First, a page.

Teaching & Government

Where we sum up this rather long discussion of teaching and learning, spanning four articles now.

Marcus Aurelius1 on ZeroHedge:

One of the reasons I didn’t become a teacher is that as a long term substitute in an urban high school, I was appalled at how lazy the teachers were. I even stopped eating lunch in their lounge. Thankfully, I pursued a different career.

Rick's Mirrors replied:

When I was a substitute, I ate with the kids. Teacher's lounge was a clique of back-stabbing effeminates tripping over themselves to be most woke.

Why would anyone expect anything more, though, from government schooling? Lowest common denominator, and all that. How dangerous, though. How much do these bad attitudes bleed out and into the children that are supposed to be getting educated?

Here are some key ideas:

  • It's naive to think that they aren't using the classrooms to perform their sociological experiments on the students. School is a tyrant's dream, a petri dish to ensure a continual crop of complacent and somewhat productive saps.
  • Teachers are inhibiting our natural instinct to learn, not enabling it.
  • One of the biggest stupidities today is our method of teaching and training. There is no coherent, logical "science" of teaching, nor any apparent interest in developing one.
  • You may have seen the phrase, "Students fail to understand..." when we should realize that it's teaching that should be blamed.
  • Ideally, teaching methods would be continually reviewed and refined for efficiency and efficacy. Constant improvement, not stagnation, nor indoctrination.

Teaching is, in fact, hated for some reason, a conclusion that is obvious by inspection. Why not, as a teacher, wake up with a smile on your face, thinking of all the important lessons your students are going to learn? Why don't teachers challenge themselves to have a particularly valuable new concept or idea they're anxious to teach their students each day? Is it because teachers know they're part of a con, that they lack this drive and enthusiasm?

Have People Proven too Dumb for Governments?

What a sad thing to contemplate. The legislature in Indiana, in 1897, almost passed a law to make Π (pi, an irrational number, 3.1415926..., the ratio of a circle's circumference to its diameter), equal to 3.2, supposedly "to make it easier for students to learn math." The bill was passed by the House of Representatives, almost passed the Senate, but finally got suspended indefinitely due to public ridicule.

As soon as the people heard about that travesty, they should have stormed the place and sent every legislator packing, and installed people with, at least the intelligence of a dazed cockroach. One might say the politicians actually did have some intelligence. Midwit level. That is, enough to superficially function day-to-day, and enough to worm their way into places they can cause real problems for other people.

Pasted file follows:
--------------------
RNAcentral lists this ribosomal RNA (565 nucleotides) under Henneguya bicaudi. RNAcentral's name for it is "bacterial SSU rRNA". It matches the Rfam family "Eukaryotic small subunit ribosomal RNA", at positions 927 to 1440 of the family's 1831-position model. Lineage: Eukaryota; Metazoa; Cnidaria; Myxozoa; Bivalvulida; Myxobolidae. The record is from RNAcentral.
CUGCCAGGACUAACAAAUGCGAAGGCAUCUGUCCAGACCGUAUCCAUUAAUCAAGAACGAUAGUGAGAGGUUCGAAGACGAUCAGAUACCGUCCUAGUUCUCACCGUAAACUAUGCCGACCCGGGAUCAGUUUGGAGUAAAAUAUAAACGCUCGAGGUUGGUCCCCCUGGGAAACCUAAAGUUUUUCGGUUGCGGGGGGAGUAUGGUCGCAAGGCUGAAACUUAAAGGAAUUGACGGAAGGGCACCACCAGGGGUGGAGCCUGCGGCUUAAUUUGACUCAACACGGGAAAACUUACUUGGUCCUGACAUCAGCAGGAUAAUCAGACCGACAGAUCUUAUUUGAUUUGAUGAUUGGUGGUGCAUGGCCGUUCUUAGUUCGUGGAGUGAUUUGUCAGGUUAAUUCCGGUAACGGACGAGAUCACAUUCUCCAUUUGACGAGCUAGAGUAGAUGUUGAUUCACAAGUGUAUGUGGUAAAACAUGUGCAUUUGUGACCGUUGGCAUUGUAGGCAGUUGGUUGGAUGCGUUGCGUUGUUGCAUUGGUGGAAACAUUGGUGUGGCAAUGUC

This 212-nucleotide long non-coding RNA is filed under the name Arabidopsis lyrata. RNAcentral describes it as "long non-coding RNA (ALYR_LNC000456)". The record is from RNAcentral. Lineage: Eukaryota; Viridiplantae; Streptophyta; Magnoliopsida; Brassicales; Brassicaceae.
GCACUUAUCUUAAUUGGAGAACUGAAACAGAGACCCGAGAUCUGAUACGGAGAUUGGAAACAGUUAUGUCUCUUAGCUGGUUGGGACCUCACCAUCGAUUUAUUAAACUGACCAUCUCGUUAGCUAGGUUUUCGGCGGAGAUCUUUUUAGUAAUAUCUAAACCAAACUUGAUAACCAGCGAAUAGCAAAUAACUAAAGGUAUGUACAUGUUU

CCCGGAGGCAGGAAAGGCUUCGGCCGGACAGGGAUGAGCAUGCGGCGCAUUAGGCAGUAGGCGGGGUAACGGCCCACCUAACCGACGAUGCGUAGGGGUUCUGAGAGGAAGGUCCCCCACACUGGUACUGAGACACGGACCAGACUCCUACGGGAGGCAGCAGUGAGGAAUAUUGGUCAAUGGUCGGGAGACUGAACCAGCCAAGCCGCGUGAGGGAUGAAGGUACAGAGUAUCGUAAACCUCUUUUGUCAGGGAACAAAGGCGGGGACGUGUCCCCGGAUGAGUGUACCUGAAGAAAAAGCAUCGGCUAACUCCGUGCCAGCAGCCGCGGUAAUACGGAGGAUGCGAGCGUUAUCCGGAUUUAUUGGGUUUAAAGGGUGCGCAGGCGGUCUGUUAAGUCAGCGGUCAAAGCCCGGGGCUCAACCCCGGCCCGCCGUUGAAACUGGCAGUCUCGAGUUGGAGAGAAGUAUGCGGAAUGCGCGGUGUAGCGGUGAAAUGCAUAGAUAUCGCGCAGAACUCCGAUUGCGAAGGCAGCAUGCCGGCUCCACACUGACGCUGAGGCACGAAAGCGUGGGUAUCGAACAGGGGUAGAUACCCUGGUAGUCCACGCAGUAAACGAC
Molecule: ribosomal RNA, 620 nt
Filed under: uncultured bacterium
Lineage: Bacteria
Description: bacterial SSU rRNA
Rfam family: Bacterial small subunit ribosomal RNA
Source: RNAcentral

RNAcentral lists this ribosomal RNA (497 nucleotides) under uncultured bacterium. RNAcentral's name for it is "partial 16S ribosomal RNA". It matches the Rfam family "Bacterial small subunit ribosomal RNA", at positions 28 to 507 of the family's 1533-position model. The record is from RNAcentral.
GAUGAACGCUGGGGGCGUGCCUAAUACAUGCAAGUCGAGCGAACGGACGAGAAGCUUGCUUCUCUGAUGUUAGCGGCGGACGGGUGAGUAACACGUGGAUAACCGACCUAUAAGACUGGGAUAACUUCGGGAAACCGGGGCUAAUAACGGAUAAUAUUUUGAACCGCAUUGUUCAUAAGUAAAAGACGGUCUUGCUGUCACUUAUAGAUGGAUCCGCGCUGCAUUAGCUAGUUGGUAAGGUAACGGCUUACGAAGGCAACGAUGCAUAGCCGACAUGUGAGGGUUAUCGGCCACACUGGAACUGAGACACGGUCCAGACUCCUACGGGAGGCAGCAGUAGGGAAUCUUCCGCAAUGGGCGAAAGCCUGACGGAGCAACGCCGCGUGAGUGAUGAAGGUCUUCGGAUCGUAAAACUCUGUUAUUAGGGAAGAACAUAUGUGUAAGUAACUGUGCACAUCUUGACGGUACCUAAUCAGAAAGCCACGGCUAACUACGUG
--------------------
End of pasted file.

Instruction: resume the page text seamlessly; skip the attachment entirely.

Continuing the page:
If the Indiana legislature passed a "law" to make all people 12 feet tall so they could clean upper-story windows easier, would that make everyone 12 feet tall?

Viewed as mostly benign, this type of mischief is a fundamental betrayal. Power-hungry imbeciles with fatal flaws in their thinking and understanding get in government and truly believe they have the power to alter reality. Even the public can't seem to grasp that the role of government is not to "rule," nor "pass laws" — laws preexist any government — nor involve itself in anything but the most limited sphere of operations. It's definitely not there to play God.

Why do things like "Daylight Saving Time" exist, except in service of such megalomania? DST is very similar to trying to change pi by governmental fiat. It is a useless token effort that only serves to confuse, and to inconvenience us twice a year. We could switch to one single time, GMT (Greenwich Mean Time)/UTC (coordinated universal time), so everyone is at the same time, which would make international business and travel much simpler. Or, simply abolish the problematic DST, which serves to warp reality. 12:00 noon has a meaning, hence the term, "high noon," because it is the point in the day when the sun is the highest in the sky. A variation like DST is anti-logic, anti-scientific, and anti-social. It's a form of psychological warfare, a way of conditioning people to eschew rational thinking.

Instead of playing with the clock, just assign sensible hours for school, work and business. In northern latitudes, reduce the school hours in winter so children are neither walking in the dark to school in the morning, nor from school in the afternoon.

This fascination with government is purely because that's exactly what moves certain narcissistic proles (and those are the people that tend to run for office). They'd love to be in the position to play God themselves, and, if not, their next fondest desire is to lie belly-up and lick the hand of their masters.

The Indiana absurdity proves it. People, collectively, may be too dumb for governments, judging by the bunglers we put into official positions. One should ask, what with all those bunglers, why is government still involved in teaching?

Going forward, it would probably be best to assign teaching only to private schools, with none of those schools beholden to government (i.e.: no grants, subsidies, favors, etc.), which is the only way we can assure that education isn't tainted.


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